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Encyclopedia > Otodus obliquus
Conservation status: Fossil
Fossil range: Eocene Image:otodustooth.jpg
Scientific classification
Kingdom: Animalia
Phylum: Chordata
Class: Chondrichthyes
Subclass: Elasmobranchii
Order: Lamniformes
Family: Otodontidae
Genus: Otodus
Species: O. obliquus
Binomial name
Otodus obliquus
Agassiz, 1843
Otodus obliquus
Type shark
Length approx. 8-10 m
Weight approx. 15-20 tonnes
Movement swimming
Age 45-50 million years ago
Diet carnivore
Environment ocean
Sharks Portal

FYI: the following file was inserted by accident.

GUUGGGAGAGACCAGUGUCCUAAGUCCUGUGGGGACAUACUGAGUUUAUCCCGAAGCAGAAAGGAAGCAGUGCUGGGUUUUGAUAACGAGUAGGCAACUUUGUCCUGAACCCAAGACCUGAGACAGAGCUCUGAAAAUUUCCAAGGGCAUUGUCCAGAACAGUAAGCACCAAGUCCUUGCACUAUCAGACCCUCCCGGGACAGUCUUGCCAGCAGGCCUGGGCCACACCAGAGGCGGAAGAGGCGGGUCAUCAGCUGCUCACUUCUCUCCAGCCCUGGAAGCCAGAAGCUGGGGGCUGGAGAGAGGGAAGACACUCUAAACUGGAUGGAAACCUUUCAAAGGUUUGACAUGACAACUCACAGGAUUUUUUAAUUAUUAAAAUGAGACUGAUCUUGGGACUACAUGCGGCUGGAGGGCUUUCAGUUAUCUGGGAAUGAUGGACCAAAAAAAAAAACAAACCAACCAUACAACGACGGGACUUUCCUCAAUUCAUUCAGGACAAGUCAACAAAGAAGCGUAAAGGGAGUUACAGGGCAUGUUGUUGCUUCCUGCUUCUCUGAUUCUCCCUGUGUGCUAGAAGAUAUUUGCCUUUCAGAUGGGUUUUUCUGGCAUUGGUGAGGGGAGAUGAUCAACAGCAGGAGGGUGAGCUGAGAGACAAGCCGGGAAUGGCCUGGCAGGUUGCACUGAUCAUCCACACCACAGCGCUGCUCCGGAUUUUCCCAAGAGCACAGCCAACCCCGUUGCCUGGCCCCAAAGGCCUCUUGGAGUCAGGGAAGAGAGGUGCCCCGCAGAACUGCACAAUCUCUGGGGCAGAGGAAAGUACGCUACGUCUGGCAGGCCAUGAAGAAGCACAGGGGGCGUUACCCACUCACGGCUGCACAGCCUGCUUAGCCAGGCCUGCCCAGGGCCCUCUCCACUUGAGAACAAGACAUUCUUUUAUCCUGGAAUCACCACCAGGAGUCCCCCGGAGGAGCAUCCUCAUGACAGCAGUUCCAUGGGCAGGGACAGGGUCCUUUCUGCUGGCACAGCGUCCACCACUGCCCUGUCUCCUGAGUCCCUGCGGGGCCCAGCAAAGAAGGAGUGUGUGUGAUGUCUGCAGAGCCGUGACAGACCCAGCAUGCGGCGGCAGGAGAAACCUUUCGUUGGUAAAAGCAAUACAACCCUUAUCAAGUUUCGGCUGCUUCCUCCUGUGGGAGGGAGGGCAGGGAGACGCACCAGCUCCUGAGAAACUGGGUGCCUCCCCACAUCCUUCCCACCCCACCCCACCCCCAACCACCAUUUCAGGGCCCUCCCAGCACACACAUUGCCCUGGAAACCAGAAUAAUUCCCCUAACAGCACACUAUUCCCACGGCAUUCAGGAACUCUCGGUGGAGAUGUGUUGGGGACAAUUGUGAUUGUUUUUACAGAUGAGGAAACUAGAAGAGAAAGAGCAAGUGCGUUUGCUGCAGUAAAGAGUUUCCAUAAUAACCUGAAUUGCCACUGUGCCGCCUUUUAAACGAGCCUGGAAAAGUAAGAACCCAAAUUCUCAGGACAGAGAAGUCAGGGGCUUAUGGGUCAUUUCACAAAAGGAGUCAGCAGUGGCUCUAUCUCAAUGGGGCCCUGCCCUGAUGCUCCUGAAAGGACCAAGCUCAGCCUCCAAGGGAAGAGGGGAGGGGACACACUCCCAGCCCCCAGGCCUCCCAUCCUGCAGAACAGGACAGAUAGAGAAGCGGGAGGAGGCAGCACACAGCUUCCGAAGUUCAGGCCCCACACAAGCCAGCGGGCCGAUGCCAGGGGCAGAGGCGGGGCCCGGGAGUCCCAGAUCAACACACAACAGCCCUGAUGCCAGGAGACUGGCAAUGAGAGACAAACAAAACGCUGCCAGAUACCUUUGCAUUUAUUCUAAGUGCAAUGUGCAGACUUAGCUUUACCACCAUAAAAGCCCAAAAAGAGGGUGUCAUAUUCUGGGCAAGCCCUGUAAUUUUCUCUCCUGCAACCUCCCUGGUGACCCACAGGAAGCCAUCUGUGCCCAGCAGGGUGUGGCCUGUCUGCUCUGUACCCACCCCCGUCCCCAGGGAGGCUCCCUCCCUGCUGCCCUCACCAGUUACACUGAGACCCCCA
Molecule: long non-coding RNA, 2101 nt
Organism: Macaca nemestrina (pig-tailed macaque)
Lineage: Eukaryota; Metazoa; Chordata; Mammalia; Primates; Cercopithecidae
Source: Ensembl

Otodus obliquus was a large prehistoric Makerel Shark which lived during the Paleocene- Eocene epochs, approximately 45-55 million years ago. The conservation status of a species is an indicator of the likelihood of that species continuing to survive. ... The Eocene epoch (56-34 Ma) is a major division of the geologic timescale and the second epoch of the Palaeogene period in the Cenozoic era. ... Scientific classification or biological classification is how biologists group and categorize extinct and living species of organisms. ... Phyla Placozoa (trichoplax) Orthonectida (orthonectids) Rhombozoa (dicyemids) Subregnum Parazoa Porifera (sponges) Subregnum Eumetazoa Radiata (unranked) (radial symmetry) Ctenophora (comb jellies) Cnidaria (coral, jellyfish, anemones) Bilateria (unranked) (bilateral symmetry) Acoelomorpha (basal) Myxozoa (slime animals) Superphylum Deuterostomia (blastopore becomes anus) Chordata (vertebrates, etc. ... {{{subdivision_ranks}}} See below Chordates (phylum Chordata) are a group of animals that includes the vertebrates, together with several closely related invertebrates. ... Orders The Chondrichthyes or cartilaginous fishes are jawed fish with paired fins, paired nostrils, scales, two-chambered hearts, and skeletons made of cartilage. ... Superorders Galeomorpha Batoidea Selachimorpha Elasmobranchii is the subclass of cartilaginous fishes that includes skates, rays and sharks. ... Families Odontaspididae (sand tigers) Mitsukurinidae (goblin shark) Pseudocarchariidae (crocodile shark) Megachasmidae (megamouth shark) Alopiidae (thresher sharks) Cetorhinidae (basking shark) Lamnidae (mackerel sharks) Great Lamniformes is an order of sharks commonly known as the mackerel sharks. ... In biology, binomial nomenclature is the formal method of naming species. ... Louis Agassiz Jean Louis Rodolphe Agassiz (May 28, 1807-December 14, 1873) was a Swiss-born American zoologist, glaciologist, and geologist, the husband of educator Elizabeth Cabot Cary Agassiz, and one of the first world-class American scientists. ... 1843 was a common year starting on Sunday (see link for calendar). ... Orders Carcharhiniformes Heterodontiformes Hexanchiformes Lamniformes Orectolobiformes Pristiophoriformes Squaliformes Squatiniformes Sharks (superorder Selachimorpha) are fish with a full cartilaginous skeleton[1] and a streamlined body. ... The worlds oceans as seen from the South Pacific Ocean Oceans (from Okeanos in Greek, the ancient Greeks noticing the strong current that flowed off Gibraltar and assuming it was a great river) cover almost three quarters (71%) of the surface of the Earth, and nearly half of the... Image File history File linksMetadata Greyreefsharksmall2. ... Prehistory (Greek words προ = before and ιστορία = history) is the period of human history prior to the advent of writing (which marks the beginning of recorded history). ...